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Building on the success of Kyoto's market mechanisms

Parties are still taking stock of the outcome in Copenhagen, but what Parties have said so far, together with the success of the mechanisms themselves, suggests an expanded role for market-based approaches in the international response to climate change. In-Focus spoke with the UNFCCC secretariat’s John Kilani to get his views on where the Clean Development Mechanism (CDM) and Joint Implementation (JI) stand post Copenhagen. 

Image Has the Kyoto Protocol’s clean development mechanism met the goal for which it was designed?

Yes. There are now more than 2050 registered CDM projects in 62 countries – everything from community electrification, to landfill gas capture, to industrial chemical projects, destroying extremely potent greenhouse gases. Of these projects, more than a third transfer climate-friendly technologies to developing countries. 

We’ve just concluded the second year of a five-year commitment period and already more than 367 million certified emission reductions have been issued to some 640 projects. That’s equivalent to 367 million tonnes of CO2.

A question asked by stakeholders for the past several years, perhaps since CDM began, is “What will happen to CDM at the end of the first commitment period?”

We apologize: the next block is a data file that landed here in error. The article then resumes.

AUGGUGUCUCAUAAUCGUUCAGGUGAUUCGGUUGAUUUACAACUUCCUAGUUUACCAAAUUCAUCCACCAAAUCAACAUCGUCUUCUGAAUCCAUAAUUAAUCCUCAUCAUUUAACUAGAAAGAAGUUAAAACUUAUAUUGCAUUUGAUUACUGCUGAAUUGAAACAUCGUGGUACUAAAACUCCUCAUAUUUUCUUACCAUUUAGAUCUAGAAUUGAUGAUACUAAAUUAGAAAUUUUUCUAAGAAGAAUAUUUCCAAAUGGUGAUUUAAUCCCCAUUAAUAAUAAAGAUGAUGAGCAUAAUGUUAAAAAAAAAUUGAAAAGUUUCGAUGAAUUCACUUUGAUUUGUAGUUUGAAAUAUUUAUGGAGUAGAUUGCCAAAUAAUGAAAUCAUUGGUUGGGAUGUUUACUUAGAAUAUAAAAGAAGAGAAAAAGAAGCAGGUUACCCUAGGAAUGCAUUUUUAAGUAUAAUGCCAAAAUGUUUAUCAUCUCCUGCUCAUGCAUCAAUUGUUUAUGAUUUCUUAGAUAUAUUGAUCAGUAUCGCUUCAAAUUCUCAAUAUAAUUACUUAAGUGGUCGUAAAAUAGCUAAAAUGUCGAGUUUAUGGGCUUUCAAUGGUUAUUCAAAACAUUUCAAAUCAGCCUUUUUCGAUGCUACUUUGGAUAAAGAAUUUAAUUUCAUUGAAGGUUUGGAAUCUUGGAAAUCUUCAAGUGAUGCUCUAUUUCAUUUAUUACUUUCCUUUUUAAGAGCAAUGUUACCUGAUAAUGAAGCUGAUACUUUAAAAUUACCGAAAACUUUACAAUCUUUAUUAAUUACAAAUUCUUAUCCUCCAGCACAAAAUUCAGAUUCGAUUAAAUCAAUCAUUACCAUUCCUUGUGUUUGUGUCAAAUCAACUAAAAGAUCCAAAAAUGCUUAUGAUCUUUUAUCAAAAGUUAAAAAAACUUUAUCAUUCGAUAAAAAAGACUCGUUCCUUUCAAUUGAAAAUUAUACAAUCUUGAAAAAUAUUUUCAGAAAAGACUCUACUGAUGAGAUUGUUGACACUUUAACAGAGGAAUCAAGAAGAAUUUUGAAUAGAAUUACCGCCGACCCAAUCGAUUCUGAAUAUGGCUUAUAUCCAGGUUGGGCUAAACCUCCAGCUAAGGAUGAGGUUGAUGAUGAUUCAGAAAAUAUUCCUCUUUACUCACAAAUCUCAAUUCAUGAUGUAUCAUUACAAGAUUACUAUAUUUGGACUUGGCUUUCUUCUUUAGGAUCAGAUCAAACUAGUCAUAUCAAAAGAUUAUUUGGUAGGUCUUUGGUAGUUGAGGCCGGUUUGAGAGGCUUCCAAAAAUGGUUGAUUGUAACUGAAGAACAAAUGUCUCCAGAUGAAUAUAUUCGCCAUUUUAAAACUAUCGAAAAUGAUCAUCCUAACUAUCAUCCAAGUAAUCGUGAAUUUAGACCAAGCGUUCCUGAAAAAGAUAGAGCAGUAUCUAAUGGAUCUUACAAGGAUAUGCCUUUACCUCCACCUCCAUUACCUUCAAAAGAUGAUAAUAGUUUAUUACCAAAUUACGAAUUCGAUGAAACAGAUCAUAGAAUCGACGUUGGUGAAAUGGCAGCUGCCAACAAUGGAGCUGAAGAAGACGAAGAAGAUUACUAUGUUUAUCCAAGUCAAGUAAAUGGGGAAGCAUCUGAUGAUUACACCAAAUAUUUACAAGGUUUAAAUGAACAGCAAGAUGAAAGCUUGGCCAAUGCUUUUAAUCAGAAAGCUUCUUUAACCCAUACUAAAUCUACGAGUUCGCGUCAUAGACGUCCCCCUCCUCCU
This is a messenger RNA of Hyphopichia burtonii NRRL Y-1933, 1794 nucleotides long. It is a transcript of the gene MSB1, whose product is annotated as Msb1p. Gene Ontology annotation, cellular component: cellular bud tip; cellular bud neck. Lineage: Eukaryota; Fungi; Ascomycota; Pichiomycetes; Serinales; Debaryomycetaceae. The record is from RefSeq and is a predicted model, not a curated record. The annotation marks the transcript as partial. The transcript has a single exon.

Stakeholders are right to ask that question. The carbon market and the project-based mechanisms – the Clean Development Mechanism and Joint Implementation – exist because of a political decision by Parties to reduce emissions. Stakeholders are looking for signs that the market will continue when the first commitment period of the Kyoto Protocol ends in 2012. They are finding those signs in various places.

To name a few, they see that the European Emissions Trading Scheme is open-ended, that it will exist beyond 2012; they see the growing interest in market-based approaches elsewhere; they see continuing, strong interest in the mechanisms in developed and developing countries alike; and then there is the commitment, even pressure, from the private sector, together with the strong interest in voluntary offset schemes. And, most significantly, people see climate change as a critical issue that will not go away without concerted, sustained, long-term action.

Since Copenhagen, some 102 Parties have confirmed their intentions to take action on climate change, some in very detailed, specific terms. These countries account for over 80% of global, energy-related CO2 emissions.

The other project-based mechanism under the Kyoto Protocol, Joint Implementation, has been lagging behind the CDM. Will 2010 be the year that JI takes off?

Parties gave CDM a so-called “quick start”, so it’s true that CDM is much farther along in terms of number of projects. However, there are signs that JI is catching on. There are now 17 projects in three countries eligible to earn emission reduction units under so-called JI Track 2, those projects vetted by the Joint Implementation Supervisory Committee. Many dozens more are ready to go, and are awaiting the official go-ahead from countries. Although it’s difficult to predict whether this year will be the break-out year for JI, the signals since Copenhagen have been positive.

Joint Implementation is a useful, unique tool for incentivizing investment in areas of an economy where otherwise there would be little or no incentive. Once countries see the value of the tool, and decide the best way to make use of the tool, I think we will see a vast increase in JI activity. Our challenge then will be to handle the volume of projects. But that would be a good problem to have.